Why It's Important For Fathers To Be Part Of Their Children's Lives
For 16 years, the Fathers' Support Center of St. Louis has helped fathers take a more active role in their children’s lives. The idea is to help children by helping fathers, said CEO Halbert Sullivan.
“When one of the parents is missing, the children think it’s their fault. And they study hard about that, and therefore will come up with some psychological and emotional concerns,” said Sullivan. “When one parent is missing, children are going to act out. Children need the attention of both parents….that single mom, as great as she may be, she cannot do the dual role of being a father.”
According to the Fathers' Support Center, children who have absent fathers are 10 times more likely to use drugs, 20 times more likely to go to prison and nine times more likely to drop out of high school.
In a year-long program jump-started by a six week intensive “boot camp,” the Fathers' Support Center uses behavior modification therapy to help fathers build strong relationships with their children.
“We have one of the most successful fatherhood projects in the nation, and that’s not just coming from me. We are involved in research projects where the Department of Health and Human Services is trying to replicate that success. And I think what brings about the success is our process. We have a very structured program. We also believe that you can teach an old dog new tricks. We’ve heard that adage that you can’t, but you can,” said Sullivan.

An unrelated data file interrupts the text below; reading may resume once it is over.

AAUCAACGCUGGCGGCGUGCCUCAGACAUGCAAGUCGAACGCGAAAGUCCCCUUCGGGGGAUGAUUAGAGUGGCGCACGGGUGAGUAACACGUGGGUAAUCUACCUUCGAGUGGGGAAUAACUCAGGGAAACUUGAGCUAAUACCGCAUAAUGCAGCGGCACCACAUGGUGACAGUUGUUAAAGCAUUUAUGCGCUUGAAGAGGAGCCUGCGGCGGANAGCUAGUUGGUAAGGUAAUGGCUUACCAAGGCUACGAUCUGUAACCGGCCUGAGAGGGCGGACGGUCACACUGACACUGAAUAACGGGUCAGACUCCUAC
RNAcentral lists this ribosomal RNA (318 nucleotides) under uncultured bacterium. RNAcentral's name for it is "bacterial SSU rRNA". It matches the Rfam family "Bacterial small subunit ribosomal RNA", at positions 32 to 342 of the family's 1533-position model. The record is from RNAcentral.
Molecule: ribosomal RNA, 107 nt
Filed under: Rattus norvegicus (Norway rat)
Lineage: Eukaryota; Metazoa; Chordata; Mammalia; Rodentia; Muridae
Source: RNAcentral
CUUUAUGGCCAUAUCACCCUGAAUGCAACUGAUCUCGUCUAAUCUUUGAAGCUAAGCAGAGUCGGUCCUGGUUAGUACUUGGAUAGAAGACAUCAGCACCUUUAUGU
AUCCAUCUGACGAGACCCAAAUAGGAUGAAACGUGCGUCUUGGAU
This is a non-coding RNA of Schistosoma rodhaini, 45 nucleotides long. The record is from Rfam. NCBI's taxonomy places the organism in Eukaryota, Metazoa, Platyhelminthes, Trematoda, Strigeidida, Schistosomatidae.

The program also helps fathers find work, because not having an income can stop fathers from connecting with their children.
Sullivan put it this way: “Our guys are not deadbeat. They’re dead broke.”
Another hurdle absent fathers have to leap is convincing the mother of their children to give them a second chance at being part of their children’s lives, said Fathers' Support Center social worker Barbara Graham.
“One of the biggest challenges I’ve noticed with the dads is trying to reconnect with the children, but the mothers are hesitant or resistant,” said Graham.
Fathers' Support Center hosts its annual dinner "A Toast to Fathers" on Thursday, June 12. At the dinner Marvin Davis will be honored as the 2014 Father of the Year. More information about the center or the dinner is available at (314) 333-4170 or on the Fathers' Support Center website.